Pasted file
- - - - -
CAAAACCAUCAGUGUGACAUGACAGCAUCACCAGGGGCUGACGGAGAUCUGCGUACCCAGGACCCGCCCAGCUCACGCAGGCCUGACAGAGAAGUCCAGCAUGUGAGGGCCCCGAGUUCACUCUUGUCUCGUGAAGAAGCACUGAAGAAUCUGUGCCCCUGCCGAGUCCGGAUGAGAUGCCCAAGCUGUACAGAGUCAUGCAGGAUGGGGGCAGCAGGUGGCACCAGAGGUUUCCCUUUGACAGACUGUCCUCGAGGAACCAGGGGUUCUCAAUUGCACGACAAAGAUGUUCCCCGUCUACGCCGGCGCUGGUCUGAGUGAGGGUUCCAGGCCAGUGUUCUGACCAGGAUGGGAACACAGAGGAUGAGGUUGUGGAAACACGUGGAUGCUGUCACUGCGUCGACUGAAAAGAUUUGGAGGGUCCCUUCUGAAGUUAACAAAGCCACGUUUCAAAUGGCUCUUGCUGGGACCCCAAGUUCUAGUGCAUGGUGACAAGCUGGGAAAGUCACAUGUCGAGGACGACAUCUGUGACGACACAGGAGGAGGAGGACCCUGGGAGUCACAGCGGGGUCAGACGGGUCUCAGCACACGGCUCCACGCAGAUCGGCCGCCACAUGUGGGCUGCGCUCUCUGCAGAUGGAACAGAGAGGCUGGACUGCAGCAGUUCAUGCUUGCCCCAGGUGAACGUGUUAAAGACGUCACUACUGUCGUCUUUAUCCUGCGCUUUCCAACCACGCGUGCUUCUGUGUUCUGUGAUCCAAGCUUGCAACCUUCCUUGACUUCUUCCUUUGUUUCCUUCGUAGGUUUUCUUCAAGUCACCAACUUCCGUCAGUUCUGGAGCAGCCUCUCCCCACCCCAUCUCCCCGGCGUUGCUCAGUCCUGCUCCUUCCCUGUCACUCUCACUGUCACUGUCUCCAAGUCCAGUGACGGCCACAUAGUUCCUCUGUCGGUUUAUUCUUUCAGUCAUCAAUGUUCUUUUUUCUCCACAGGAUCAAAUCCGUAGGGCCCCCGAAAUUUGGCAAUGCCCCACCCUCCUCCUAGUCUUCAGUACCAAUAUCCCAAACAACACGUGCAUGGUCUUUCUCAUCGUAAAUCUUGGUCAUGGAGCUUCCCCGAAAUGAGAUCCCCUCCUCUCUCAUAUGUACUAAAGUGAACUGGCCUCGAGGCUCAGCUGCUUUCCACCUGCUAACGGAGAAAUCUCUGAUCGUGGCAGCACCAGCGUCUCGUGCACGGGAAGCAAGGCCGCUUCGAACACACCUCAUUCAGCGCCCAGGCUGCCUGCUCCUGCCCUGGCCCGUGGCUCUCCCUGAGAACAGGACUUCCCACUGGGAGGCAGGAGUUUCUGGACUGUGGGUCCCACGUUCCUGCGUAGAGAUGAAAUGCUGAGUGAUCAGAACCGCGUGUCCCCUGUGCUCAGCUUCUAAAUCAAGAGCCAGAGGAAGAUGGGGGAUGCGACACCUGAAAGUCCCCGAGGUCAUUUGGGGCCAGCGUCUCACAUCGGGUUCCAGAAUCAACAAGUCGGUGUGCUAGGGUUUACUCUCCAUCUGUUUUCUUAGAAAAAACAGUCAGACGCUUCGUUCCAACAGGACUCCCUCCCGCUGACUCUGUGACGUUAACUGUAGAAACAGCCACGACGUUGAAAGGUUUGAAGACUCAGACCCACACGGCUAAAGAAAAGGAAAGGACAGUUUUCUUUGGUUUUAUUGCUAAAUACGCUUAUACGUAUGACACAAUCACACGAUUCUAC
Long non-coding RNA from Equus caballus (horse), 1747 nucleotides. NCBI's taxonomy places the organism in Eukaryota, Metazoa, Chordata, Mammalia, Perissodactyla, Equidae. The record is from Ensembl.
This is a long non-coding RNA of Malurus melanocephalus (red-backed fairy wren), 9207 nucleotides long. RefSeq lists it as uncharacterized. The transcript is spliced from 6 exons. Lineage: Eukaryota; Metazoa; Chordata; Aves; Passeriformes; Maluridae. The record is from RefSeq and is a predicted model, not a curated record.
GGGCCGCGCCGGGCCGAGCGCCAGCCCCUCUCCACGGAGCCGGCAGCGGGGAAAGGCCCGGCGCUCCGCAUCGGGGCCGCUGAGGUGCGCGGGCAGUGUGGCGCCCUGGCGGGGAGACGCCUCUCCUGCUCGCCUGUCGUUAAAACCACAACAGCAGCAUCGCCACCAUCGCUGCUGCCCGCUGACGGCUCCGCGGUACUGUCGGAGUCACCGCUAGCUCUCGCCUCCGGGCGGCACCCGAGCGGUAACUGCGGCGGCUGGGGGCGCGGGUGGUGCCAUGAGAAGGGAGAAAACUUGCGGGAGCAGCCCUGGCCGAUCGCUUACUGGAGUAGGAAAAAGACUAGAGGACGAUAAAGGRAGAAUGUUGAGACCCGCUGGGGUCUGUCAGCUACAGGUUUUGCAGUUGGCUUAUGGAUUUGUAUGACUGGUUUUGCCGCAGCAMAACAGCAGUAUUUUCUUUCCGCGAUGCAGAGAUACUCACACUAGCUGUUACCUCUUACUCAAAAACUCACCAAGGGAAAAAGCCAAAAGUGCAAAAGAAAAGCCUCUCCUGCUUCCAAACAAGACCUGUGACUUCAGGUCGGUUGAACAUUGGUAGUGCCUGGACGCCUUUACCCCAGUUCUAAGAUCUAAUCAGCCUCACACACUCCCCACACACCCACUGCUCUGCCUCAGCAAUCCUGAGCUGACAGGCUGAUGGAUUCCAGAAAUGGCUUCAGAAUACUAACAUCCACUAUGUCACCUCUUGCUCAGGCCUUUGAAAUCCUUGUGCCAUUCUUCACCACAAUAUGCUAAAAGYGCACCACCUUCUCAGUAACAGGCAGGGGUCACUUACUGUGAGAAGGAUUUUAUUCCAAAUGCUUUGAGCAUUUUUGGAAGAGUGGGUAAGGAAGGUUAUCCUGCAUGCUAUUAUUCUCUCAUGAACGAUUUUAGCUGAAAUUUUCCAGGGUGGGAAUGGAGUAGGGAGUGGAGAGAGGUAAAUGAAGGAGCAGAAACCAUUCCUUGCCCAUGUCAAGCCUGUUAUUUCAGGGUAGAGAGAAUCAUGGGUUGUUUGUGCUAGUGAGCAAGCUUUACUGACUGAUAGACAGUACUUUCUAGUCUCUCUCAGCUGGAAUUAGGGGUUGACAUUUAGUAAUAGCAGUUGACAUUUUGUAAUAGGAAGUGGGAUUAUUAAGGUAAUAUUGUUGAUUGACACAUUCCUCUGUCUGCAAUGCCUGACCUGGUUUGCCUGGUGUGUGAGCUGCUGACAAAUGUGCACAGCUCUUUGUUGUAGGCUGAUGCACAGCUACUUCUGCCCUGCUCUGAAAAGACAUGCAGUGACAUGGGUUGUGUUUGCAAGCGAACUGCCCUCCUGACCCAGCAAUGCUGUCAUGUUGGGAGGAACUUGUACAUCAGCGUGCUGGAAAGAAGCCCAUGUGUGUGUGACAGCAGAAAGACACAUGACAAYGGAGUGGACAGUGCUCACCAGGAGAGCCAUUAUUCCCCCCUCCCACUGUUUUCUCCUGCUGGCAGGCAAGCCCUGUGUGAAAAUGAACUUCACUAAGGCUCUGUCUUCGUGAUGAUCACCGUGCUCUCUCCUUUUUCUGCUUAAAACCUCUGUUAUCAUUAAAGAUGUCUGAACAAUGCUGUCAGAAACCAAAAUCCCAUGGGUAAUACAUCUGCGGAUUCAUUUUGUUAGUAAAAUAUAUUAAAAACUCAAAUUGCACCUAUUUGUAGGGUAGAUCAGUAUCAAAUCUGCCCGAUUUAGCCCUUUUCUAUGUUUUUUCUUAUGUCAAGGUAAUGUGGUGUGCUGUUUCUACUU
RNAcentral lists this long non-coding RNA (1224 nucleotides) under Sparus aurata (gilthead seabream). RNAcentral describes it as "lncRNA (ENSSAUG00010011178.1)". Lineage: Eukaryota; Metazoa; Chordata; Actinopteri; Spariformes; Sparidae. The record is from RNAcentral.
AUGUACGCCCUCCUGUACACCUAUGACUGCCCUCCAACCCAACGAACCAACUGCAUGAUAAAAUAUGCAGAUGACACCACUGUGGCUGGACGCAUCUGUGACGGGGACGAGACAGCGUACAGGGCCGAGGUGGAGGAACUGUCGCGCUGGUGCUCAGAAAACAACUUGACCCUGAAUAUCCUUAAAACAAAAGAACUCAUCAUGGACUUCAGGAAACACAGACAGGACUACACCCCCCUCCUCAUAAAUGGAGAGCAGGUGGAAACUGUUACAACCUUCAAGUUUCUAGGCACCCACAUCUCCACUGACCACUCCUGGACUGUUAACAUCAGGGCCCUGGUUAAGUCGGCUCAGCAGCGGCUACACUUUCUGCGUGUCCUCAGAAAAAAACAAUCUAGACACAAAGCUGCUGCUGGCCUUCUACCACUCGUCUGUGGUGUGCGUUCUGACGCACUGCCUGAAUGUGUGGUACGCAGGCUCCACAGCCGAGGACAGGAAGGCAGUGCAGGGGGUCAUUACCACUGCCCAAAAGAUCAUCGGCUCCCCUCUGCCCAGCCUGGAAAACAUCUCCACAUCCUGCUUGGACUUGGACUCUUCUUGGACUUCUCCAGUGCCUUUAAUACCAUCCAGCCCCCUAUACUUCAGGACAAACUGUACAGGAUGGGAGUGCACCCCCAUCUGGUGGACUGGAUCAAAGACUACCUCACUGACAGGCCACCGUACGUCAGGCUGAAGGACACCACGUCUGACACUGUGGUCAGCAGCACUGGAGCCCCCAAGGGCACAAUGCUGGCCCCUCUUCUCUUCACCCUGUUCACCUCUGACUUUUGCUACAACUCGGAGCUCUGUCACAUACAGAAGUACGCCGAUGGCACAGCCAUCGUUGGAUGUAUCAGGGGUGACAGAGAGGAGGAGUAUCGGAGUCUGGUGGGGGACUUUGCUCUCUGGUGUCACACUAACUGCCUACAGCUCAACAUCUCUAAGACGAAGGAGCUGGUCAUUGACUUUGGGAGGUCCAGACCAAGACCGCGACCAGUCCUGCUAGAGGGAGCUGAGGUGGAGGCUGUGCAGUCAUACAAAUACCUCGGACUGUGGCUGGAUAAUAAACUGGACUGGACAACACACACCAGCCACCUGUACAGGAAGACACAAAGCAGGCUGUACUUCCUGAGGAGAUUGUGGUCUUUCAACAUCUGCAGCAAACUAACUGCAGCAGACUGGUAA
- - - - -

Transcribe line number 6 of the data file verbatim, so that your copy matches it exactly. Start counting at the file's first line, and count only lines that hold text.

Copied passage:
AUGUACGCCCUCCUGUACACCUAUGACUGCCCUCCAACCCAACGAACCAACUGCAUGAUAAAAUAUGCAGAUGACACCACUGUGGCUGGACGCAUCUGUGACGGGGACGAGACAGCGUACAGGGCCGAGGUGGAGGAACUGUCGCGCUGGUGCUCAGAAAACAACUUGACCCUGAAUAUCCUUAAAACAAAAGAACUCAUCAUGGACUUCAGGAAACACAGACAGGACUACACCCCCCUCCUCAUAAAUGGAGAGCAGGUGGAAACUGUUACAACCUUCAAGUUUCUAGGCACCCACAUCUCCACUGACCACUCCUGGACUGUUAACAUCAGGGCCCUGGUUAAGUCGGCUCAGCAGCGGCUACACUUUCUGCGUGUCCUCAGAAAAAAACAAUCUAGACACAAAGCUGCUGCUGGCCUUCUACCACUCGUCUGUGGUGUGCGUUCUGACGCACUGCCUGAAUGUGUGGUACGCAGGCUCCACAGCCGAGGACAGGAAGGCAGUGCAGGGGGUCAUUACCACUGCCCAAAAGAUCAUCGGCUCCCCUCUGCCCAGCCUGGAAAACAUCUCCACAUCCUGCUUGGACUUGGACUCUUCUUGGACUUCUCCAGUGCCUUUAAUACCAUCCAGCCCCCUAUACUUCAGGACAAACUGUACAGGAUGGGAGUGCACCCCCAUCUGGUGGACUGGAUCAAAGACUACCUCACUGACAGGCCACCGUACGUCAGGCUGAAGGACACCACGUCUGACACUGUGGUCAGCAGCACUGGAGCCCCCAAGGGCACAAUGCUGGCCCCUCUUCUCUUCACCCUGUUCACCUCUGACUUUUGCUACAACUCGGAGCUCUGUCACAUACAGAAGUACGCCGAUGGCACAGCCAUCGUUGGAUGUAUCAGGGGUGACAGAGAGGAGGAGUAUCGGAGUCUGGUGGGGGACUUUGCUCUCUGGUGUCACACUAACUGCCUACAGCUCAACAUCUCUAAGACGAAGGAGCUGGUCAUUGACUUUGGGAGGUCCAGACCAAGACCGCGACCAGUCCUGCUAGAGGGAGCUGAGGUGGAGGCUGUGCAGUCAUACAAAUACCUCGGACUGUGGCUGGAUAAUAAACUGGACUGGACAACACACACCAGCCACCUGUACAGGAAGACACAAAGCAGGCUGUACUUCCUGAGGAGAUUGUGGUCUUUCAACAUCUGCAGCAAACUAACUGCAGCAGACUGGUAA